When Maine solicited advice on how to set up its new recreational cannabis market, about a dozen groups from all over the country, from national marijuana consulting firms to the manager of a small Maine town, chimed in: Ban marijuana social clubs, despite the voters’ will. Discourage “drug warrior” cops. Tax marijuana enough to discourage youth use, but keep it competitive with street prices

Responses released recently show opinions that varied widely, from those who want to encourage this new industry to those who would rather undo the results of the November referendum that legalized recreational cannabis use. Some want to make sure the state can capitalize on the benefits of adult-use cannabis, like decreased opioid use, while others sought to avoid other states’ mistakes on the road to legalization.

“Developing and implementing voter-mandated marijuana policy is a high-profile venture for any government,” wrote Andrew Freedman, who was Colorado’s first director of marijuana coordination before forming Freedman & Koski, one of the national consulting firms that responded to Maine’s request for best-practice information. “This policy arena remains very divisive and full of uncertainty.”

The state released a draft of its omnibus rules intended to regulate Maine’s nascent marijuana industry on Sept. 11. Hearings on the rules are scheduled for later this month and legislators will reconvene in October to vote on the final version of an omnibus bill.

But before the draft was released, the state sought input on best practices – ideas that it could draw from as it crafts the regulations overseeing the legal, recreational marijuana industry.

During legislative testimony in Augusta in July, Freedman shared some of the lessons he has learned in Colorado. For example, he talked of regulatory missteps, like lax home-grow rules that he believed led to black market diversion, which he urged Maine to avoid.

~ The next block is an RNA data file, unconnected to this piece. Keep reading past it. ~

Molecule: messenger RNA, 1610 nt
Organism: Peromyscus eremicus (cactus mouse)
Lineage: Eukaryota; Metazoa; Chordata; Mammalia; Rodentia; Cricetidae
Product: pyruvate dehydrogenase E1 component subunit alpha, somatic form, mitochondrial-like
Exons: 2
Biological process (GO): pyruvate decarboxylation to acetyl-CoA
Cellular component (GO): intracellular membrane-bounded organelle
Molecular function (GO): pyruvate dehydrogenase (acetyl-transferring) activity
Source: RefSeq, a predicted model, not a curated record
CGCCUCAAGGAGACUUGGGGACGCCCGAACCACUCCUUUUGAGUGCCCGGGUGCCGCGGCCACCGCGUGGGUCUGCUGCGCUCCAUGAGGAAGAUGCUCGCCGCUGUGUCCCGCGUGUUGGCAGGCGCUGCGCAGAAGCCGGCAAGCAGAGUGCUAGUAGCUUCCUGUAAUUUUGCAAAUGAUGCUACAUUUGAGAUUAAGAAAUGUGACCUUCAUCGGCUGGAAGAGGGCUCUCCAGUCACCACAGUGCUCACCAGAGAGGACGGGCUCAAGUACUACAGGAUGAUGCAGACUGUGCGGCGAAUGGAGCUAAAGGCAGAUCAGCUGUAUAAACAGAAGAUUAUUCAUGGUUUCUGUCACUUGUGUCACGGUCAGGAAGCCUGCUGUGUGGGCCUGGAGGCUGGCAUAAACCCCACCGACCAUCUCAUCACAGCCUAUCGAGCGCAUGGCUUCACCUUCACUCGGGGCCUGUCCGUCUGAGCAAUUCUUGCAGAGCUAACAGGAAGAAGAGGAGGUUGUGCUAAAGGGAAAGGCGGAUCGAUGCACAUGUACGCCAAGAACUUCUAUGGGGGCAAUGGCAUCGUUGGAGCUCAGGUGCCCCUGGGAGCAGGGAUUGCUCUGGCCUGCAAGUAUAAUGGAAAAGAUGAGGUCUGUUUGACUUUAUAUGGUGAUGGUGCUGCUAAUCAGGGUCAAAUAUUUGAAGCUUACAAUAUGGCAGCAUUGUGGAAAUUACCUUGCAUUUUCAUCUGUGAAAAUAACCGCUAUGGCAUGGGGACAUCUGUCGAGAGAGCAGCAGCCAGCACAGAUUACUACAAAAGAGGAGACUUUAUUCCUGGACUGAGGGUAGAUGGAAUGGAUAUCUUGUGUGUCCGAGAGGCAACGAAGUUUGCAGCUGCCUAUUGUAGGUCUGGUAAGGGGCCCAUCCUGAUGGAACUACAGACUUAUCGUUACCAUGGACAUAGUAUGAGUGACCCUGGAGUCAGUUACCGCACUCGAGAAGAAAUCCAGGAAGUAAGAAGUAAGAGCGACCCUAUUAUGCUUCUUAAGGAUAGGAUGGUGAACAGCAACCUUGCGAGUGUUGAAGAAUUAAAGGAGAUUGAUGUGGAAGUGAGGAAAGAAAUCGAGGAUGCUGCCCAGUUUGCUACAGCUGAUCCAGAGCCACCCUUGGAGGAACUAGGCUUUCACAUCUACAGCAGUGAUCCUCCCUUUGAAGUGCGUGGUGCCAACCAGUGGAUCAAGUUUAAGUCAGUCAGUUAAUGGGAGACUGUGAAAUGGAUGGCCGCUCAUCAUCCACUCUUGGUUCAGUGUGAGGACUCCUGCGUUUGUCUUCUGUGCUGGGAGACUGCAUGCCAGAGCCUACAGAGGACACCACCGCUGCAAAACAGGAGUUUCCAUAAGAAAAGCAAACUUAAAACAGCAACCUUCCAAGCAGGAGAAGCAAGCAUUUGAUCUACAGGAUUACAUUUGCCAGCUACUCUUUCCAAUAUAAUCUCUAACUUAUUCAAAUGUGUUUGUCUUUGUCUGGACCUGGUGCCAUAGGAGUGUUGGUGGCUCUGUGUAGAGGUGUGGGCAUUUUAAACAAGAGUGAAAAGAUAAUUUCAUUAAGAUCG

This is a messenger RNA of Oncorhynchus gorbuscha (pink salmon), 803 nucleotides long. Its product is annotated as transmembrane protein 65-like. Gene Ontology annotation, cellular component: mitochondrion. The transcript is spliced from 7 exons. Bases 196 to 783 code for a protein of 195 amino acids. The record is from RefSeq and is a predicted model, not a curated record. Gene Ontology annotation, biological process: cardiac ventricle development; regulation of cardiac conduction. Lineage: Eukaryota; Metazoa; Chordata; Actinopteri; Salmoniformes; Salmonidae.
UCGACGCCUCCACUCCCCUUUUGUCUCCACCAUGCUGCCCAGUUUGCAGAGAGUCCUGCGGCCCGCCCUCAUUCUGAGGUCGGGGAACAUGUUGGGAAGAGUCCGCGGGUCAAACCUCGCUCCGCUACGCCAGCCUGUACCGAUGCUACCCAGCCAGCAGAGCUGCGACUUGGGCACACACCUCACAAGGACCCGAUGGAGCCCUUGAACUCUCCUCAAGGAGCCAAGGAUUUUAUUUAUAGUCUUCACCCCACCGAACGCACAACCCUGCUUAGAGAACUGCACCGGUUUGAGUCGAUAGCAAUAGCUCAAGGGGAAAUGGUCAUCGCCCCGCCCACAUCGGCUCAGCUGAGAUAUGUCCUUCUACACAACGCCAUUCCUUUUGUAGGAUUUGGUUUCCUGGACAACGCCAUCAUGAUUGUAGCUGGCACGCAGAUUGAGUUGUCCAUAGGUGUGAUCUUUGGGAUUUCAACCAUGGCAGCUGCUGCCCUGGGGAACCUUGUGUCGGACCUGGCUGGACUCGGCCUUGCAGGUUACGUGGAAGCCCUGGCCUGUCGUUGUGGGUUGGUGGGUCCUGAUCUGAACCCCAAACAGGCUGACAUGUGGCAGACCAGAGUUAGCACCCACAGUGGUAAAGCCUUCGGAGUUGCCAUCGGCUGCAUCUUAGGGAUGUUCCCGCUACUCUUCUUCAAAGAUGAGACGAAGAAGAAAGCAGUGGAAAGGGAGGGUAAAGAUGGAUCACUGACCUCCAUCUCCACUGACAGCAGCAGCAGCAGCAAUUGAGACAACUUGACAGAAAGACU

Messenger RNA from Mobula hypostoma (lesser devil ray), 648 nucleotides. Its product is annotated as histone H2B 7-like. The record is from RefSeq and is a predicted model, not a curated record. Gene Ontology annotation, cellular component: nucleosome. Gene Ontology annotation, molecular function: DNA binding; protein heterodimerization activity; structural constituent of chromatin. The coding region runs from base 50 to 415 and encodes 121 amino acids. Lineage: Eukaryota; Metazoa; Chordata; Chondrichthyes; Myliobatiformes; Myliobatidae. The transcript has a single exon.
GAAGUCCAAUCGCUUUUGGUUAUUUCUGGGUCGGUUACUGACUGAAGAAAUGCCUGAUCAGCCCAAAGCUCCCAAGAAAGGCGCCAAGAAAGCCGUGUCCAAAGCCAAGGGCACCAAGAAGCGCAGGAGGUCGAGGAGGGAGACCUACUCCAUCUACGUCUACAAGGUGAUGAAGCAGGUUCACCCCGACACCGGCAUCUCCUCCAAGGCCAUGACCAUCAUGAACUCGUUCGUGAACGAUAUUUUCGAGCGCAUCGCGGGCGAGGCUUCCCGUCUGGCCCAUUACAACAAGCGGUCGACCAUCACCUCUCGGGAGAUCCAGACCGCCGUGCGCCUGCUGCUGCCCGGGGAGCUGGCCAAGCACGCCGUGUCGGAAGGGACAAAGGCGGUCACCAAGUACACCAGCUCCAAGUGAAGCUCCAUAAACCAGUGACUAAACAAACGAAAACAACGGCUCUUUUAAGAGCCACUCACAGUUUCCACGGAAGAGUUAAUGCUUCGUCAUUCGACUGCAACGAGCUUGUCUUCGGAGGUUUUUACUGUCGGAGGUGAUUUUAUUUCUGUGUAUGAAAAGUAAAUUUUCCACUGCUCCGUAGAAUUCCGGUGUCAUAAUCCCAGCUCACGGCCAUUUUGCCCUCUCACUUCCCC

But Freedman & Koski didn’t offer a lot of specific counsel in its written response for best practices, instead laying out how other states handle various areas of cannabis regulation, ranging from impaired driving enforcement to product safety and potency testing to licensing, and how it would decide which of these different approaches was best for Maine if it was paid to do so.

It offered a few hints, however. It warned against the unreliability of a marijuana sales tax. In many legalized states, the price of marijuana falls as more companies start to legally cultivate it. As price fluctuates, a sales tax becomes an unreliable source of revenue for a state, unlike taxes based on weight or on quantity. Maine voters approved a 10 percent sales tax, but in the omnibus draft, officials suggest a 20 percent tax.

Freedman & Koski also calls for integrating medical and adult-use marijuana and harmonizing the regulations governing these two consumer groups to prevent large grows outside of a closed-loop, seed-to-sale regulatory system. However, it also calls for finding ways for the medical growers to merge into the licensed system to avoid alienating a “fairly strong” patient and caregiver community.

In the omnibus draft, medical marijuana dispensaries are allowed to sell recreational pot, but not from the same counter. State-certified caregivers also could apply for a recreational retail-sales license, as long as they don’t sell their adult-use products at the same counter or point of sale as their medicine.

CANNABIS CONNECTIONS

BOTEC Analysis, the Los Angeles-based marijuana consulting firm that helped Washington state launch its adult-use market, urged Maine to study how the availability of legal marijuana could reduce opioid use, overdoses and death. It noted that pain management groups have found replacing prescription opioids with marijuana can cut opioid consumption in half.